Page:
It had also widened its appeal from singles and siphoned customers away from the fine-dining sector. Unfortunately, so had all the other endlessly replicating casual dining chains, to the point that analysts now complain about how they "lack sufficient differentiation." Bennigan's, which keeps trying to die, even if a few franchises won't quite let it, self-identified as an Irish pub, but it served the same steaks, shrimp and fried, cheesy, quasi-Southwestern appetizers as Friday's and everyone else. Indeed, if pressed to isolate something exceptional about Friday's, besides its primacy, the best I could do is Most Shameless. The chain engages in ferocious cross-marketing, pushing "Ultimate" items endorsed by the Food Network or entrees based on the Jack Daniel's World Championship Invitational Barbecue. Friday's was the first chain to partner with the Atkins Diet.

Why did this formula, where the menu and the atmosphere emphasize coverage over quality, work so well once upon a time? I visited a Friday's last week, in a chain-choked strip of Orange, Conn., to find out. On a Friday night at 7:30, there was no wait. In fact, an entire wing of the restaurant sat empty. The food, to this eater, at least, did not measure up to casual-dining competitors Texas Roadhouse or Ruby Tuesday and its salad bar. (And it looks like Consumer Reports will back me on this in its July restaurant issue.) I tried the Jack Daniels Burger, served with the dark, syrupy-sweet sauce that is the lifeblood of Friday's menu, and the best I can say is that it was cheap and filling. Thanks to Friday's latest promotion, "Buy One Entree, Get One Free," my wife and I ate for $13.15 plus tip.

We made it about six minutes before the first "Birthday Song," where Friday's staff marches out to clap and chant for one lucky customer. In the hour we were there, this happened no less than five times, and I think it starts to get at the chain's appeal. The buzz of conversation, in English and in Spanish, never let up, and there did seem to be a festive atmosphere. Perhaps Friday's works in the same way as its birthday routine -- bland, predictable, but still loud and fun.

There are also practical considerations. Chains like Friday's draw on singles bars, sports pubs and family dining, and if the model ends up dulling each part, there's still a convenience in finding them together. Parents can drink without worrying about drunks (and on my visit, a highchair seemed to block every aisle). Large groups can bank on a wide selection that leaves no one rapturous, but no one angry, either. Also, lest we forget, Friday's is the chain of choice of Kevin Federline -- its dress code remains flexible, and I saw nothing above jeans, along with a not insignificant number of sweat pants.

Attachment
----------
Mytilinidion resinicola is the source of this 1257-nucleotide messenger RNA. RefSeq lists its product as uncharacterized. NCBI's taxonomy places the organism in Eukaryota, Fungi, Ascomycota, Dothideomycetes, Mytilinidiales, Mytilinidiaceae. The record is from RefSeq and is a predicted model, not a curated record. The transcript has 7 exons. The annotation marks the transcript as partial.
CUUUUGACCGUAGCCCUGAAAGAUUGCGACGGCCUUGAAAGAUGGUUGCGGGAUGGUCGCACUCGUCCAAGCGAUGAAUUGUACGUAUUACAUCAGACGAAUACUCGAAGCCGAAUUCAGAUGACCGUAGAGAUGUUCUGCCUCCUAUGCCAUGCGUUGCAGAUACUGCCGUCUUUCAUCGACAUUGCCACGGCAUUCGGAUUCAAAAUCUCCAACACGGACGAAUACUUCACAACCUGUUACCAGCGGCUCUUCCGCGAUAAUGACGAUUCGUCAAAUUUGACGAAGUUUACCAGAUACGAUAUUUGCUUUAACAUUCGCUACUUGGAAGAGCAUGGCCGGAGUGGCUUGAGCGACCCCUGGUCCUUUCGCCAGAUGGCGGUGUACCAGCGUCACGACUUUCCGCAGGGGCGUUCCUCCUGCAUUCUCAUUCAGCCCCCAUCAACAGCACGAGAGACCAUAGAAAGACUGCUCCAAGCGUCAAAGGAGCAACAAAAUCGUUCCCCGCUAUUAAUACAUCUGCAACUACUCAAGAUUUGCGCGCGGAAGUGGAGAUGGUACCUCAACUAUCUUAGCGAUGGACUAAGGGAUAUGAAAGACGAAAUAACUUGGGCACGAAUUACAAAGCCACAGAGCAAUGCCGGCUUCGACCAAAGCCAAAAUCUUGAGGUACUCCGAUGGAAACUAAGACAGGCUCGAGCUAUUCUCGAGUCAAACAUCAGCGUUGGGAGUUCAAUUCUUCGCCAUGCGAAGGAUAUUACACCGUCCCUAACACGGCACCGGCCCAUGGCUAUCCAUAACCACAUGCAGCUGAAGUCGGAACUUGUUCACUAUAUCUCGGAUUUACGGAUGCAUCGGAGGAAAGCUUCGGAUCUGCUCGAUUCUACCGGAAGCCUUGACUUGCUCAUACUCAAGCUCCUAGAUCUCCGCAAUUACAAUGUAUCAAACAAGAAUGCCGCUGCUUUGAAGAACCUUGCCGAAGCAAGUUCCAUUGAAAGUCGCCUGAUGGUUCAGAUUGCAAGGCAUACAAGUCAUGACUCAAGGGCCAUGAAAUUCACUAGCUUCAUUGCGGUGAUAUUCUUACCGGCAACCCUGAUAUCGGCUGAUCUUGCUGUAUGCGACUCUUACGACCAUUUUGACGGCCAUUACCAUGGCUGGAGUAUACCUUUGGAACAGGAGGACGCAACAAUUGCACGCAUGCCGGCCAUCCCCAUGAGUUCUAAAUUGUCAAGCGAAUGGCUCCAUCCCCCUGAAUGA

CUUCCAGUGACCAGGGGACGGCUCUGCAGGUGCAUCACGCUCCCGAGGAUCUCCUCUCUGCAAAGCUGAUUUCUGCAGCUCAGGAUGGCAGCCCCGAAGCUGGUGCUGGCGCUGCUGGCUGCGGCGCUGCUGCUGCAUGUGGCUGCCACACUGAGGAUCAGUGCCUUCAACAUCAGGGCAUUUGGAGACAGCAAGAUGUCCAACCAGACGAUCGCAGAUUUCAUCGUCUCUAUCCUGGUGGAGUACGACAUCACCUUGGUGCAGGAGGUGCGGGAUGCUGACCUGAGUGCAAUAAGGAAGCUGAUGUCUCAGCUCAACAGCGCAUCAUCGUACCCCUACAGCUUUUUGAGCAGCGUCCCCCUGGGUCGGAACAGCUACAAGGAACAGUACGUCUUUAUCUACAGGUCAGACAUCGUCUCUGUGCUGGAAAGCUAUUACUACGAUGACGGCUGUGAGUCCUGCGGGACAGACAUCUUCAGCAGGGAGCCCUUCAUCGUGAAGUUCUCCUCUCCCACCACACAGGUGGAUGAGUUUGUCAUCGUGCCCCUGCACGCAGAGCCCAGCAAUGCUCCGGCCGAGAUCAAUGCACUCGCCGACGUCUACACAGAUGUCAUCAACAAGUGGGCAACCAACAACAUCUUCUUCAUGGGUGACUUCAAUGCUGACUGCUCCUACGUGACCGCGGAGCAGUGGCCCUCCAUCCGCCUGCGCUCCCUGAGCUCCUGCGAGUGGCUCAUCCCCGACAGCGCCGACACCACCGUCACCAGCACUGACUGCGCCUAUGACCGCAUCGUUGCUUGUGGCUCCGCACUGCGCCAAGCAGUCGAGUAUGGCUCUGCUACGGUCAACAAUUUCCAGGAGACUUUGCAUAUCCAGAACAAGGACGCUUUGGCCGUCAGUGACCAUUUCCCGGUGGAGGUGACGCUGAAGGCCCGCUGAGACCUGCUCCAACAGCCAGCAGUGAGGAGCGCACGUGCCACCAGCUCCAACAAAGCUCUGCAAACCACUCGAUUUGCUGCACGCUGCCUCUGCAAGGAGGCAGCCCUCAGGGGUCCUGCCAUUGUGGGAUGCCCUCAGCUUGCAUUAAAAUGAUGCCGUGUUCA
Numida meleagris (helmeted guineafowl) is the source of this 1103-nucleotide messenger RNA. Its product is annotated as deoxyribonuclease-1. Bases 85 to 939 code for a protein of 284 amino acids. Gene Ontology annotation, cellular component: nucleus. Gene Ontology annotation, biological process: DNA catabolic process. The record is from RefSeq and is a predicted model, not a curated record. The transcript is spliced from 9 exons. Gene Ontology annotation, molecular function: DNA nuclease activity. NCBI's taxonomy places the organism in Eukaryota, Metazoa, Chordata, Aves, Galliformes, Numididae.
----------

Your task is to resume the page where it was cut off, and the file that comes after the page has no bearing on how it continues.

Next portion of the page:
If these are the best defenses casual dining can offer, though, it's in more trouble than we thought. First, they obviously limit its audience -- and, worse, limit it to groups getting killed by the recession. Casual dining has always counted suburban baby boomers and lower-income families as its base. (For example, more than a third of Applebee's customers earn household incomes of less than $50,000 a year.) There's nothing wrong with this, of course, except that retirement-scared boomers and lower-income workers have been the first to cut back on spending.

To be fair, these two groups include a whole lot of Americans. But as recently as 2007, Friday's and its culinary brethren were actually focused on upgrading their clientele -- remodeling restaurants, adding more expensive food, even phasing out coupons and promotions. And this brings us to the second, long-term problem with Friday's formula. Even if Friday's had better demographics, even if it didn't have to worry about the death of malls and the birth of "fast-casual" places like Panera and Chipotle -- no waiters, a cut above fast food -- the chain has diversified itself into a corner. And it doesn't have a clue where to go next.

Casual-dining execs talk about innovation, evolution and, yes, a few failures; they parrot the rhetoric of "never letting a serious crisis go to waste." But, honestly, what can they change? Thanks to their all-inclusive nature, they can't expand the menu or the experience. They certainly can't increase the kitsch. So Friday's only option is to offer last-ditch discounts, where it sells a $12 sandwich for a Subway-like $5 without altering its underlying formula. This might prolong the chain's death, but it won't prevent it -- not in a land where, in the last 20 years, the number of restaurants has increased at twice the rate of the population.

By Craig Fehrman

Craig Fehrman is working on a book about presidents and their books.